Car dashboard warning lights seem to be growing exponentially and that’s because modern cars are full of electronics with sensors to monitor any slightest change and of course, the car just has to tell you about it. Only a few years ago, it was mainly the oil light or the battery light and that was it, now there seems to be a warning light for every damn thing.
Some things never change though, a red light means danger and indicates that you shouldn’t drive any further whereas an orange warning light indicates something needs to be checked but you should be able to carry on driving.
A good way to familiarise yourself with all the different warning lights is to pause a while when you switch on the ignition and before you start the engine. The lights will be illuminated and this is a good familiarisation process.
Here are some of the key warning indicators, what they look like and what they mean – as advised by Show Plates Express
ABS – this stands for Anti-lock Braking System and comes up in orange with the three letters ‘ABS’ in capitals in a circle with an additional bracket on the left and right-hand side of the circle. The ABS warning light doesn’t mean your brakes have failed and that the car is not safe to drive, it just means that the device to stop skidding on slippery roads or the wheels locking in the event of a sudden halt, is not performing as it should do. Sometimes this can be as simple as one of the sensors which aren’t functioning properly. The light is to alert you to the fact that if you do need to navigate a sudden braking situation or you encounter something on the road surface then the car may not handle as it would normally.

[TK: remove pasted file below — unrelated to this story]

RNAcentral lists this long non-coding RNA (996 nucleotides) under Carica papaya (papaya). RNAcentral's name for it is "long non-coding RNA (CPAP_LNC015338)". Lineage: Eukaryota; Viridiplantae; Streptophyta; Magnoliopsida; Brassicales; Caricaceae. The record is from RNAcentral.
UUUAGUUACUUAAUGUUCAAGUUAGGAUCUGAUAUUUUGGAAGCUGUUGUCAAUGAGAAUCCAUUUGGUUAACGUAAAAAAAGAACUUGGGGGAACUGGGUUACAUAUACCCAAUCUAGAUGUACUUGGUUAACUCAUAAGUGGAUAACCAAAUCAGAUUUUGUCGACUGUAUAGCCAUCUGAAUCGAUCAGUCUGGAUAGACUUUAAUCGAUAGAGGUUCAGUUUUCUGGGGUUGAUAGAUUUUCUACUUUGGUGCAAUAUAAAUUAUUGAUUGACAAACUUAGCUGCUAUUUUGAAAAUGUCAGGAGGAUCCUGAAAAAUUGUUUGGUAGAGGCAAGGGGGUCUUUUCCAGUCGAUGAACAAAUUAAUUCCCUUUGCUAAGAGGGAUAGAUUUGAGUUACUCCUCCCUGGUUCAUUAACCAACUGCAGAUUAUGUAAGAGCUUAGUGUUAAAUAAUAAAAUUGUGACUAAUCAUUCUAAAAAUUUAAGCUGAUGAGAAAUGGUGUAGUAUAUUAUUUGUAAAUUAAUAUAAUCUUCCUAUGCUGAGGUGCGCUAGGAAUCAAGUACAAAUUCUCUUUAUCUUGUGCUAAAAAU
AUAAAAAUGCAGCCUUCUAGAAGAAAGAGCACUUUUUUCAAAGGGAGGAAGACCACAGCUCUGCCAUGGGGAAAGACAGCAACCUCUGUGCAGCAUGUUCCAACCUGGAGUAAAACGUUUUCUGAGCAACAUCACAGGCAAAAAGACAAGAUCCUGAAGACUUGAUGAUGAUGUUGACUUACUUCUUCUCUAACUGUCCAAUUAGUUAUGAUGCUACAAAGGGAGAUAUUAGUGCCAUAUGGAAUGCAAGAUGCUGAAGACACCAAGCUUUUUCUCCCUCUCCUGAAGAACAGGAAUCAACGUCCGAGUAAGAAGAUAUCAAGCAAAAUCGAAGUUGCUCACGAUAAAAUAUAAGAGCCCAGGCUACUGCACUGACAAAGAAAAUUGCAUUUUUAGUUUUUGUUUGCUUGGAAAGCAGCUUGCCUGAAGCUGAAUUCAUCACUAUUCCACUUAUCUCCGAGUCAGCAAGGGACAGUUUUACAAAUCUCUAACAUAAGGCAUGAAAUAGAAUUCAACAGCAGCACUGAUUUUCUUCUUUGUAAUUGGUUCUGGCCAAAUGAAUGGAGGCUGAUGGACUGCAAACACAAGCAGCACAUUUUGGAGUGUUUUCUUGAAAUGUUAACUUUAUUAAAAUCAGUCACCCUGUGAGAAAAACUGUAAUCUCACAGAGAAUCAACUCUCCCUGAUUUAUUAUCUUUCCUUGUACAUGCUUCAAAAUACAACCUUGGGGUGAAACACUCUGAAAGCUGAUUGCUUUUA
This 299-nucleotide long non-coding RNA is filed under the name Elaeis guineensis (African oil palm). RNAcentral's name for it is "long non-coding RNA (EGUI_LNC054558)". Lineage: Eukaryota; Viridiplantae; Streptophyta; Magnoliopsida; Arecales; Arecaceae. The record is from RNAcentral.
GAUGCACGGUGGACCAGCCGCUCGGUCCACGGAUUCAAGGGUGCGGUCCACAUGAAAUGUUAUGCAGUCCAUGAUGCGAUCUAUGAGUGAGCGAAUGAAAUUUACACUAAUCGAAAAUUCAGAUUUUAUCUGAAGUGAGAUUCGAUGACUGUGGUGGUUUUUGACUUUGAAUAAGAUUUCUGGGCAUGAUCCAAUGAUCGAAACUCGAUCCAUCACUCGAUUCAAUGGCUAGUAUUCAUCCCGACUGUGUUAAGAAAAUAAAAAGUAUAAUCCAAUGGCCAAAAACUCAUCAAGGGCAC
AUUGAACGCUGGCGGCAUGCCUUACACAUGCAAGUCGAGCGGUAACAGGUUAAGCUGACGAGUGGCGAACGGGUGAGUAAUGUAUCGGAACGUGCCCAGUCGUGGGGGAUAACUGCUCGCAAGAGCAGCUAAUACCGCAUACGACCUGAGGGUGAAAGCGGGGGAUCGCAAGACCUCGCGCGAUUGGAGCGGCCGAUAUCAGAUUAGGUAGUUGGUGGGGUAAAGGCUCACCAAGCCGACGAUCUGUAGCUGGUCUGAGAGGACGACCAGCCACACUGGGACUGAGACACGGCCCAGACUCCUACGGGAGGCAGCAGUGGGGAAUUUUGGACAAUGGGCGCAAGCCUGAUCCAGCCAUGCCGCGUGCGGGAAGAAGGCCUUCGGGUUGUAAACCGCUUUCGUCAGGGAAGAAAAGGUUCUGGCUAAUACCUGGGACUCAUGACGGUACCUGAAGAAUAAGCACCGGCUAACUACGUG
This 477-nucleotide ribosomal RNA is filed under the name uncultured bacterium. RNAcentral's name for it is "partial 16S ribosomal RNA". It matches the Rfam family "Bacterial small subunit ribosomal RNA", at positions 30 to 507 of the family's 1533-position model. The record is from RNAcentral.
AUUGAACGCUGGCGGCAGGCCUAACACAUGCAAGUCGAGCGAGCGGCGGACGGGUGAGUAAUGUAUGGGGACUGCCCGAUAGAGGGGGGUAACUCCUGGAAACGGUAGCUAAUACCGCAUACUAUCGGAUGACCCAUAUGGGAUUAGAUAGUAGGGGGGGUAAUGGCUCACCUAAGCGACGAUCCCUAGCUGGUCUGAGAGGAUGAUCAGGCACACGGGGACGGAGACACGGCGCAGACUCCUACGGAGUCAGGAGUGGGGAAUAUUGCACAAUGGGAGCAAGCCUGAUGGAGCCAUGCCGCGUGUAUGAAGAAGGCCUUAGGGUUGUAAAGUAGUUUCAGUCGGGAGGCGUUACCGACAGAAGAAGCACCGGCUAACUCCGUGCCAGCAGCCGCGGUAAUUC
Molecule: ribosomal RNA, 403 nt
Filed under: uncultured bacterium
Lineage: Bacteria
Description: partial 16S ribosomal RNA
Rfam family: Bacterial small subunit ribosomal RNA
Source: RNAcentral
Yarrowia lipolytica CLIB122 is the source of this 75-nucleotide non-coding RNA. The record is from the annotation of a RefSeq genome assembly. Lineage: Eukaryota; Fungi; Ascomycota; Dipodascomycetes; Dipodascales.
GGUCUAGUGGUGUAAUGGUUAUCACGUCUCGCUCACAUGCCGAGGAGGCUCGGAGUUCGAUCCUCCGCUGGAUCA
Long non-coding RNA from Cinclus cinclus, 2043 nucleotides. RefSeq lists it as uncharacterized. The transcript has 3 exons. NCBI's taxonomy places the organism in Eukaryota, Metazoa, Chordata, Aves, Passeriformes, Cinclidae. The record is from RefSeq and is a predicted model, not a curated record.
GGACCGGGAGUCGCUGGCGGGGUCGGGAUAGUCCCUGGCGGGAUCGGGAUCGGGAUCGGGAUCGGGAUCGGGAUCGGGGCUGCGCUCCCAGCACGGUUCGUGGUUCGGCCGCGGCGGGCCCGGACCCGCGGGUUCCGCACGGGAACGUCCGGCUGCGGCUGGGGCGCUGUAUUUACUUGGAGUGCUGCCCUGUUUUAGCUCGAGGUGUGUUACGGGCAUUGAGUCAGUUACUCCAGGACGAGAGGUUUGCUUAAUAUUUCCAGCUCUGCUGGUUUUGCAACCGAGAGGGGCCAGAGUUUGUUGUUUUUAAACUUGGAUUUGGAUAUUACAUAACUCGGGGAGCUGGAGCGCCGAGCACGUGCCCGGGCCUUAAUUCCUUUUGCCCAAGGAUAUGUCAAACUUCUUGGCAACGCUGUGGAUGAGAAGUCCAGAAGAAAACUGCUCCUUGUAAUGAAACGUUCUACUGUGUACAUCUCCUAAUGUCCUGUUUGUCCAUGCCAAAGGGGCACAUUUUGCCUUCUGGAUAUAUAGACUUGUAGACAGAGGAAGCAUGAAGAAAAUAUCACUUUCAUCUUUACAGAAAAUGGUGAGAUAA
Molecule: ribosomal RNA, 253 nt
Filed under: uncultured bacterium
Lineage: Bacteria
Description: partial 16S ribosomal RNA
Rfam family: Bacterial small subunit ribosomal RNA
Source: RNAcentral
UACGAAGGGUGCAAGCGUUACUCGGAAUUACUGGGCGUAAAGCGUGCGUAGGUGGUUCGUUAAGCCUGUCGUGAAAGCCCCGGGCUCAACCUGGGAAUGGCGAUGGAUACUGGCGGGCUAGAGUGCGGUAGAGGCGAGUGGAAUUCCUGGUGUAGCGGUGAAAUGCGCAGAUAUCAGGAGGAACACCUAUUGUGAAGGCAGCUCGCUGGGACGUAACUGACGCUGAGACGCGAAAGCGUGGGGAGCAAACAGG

Airbags – this is an orange light easy to spot as it is represented by a person sitting in a seat with what looks like a giant beachball on their lap. Airbags can be deactivated if, for instance, you are fitting a child seat so check that this hasn’t happened intentionally or accidentally. Airbags are a key safety feature so always have your car checked by the garage to make sure they have not malfunctioned.
Battery – an orange warning light which can indicate a low charge due to lack of use of the vehicle or the fact that the battery has come to the end of its life so it is holding a charge but only has the capacity to charge to a very low level. This light can also indicate some other problem such as the battery connectors or an issue with the ignition or the alternator which is the piece of equipment which generates the energy to support the car’s electrical system and to charge the battery.
Brakes – this is the red exclamation mark and usually means that the parking brake or handbrake has not been fully disengaged, an easy one to resolve. It is possible to drive the vehicle at low speeds with the parking brake still engaged so always check the obvious first. Some cars also have a light which indicates wear on the brake pads usually depicted as an orange circle with six little dashes around the edges. It’s just a timely reminder that one of the pads doesn’t have long to go but this should be picked up at a service or on the MOT.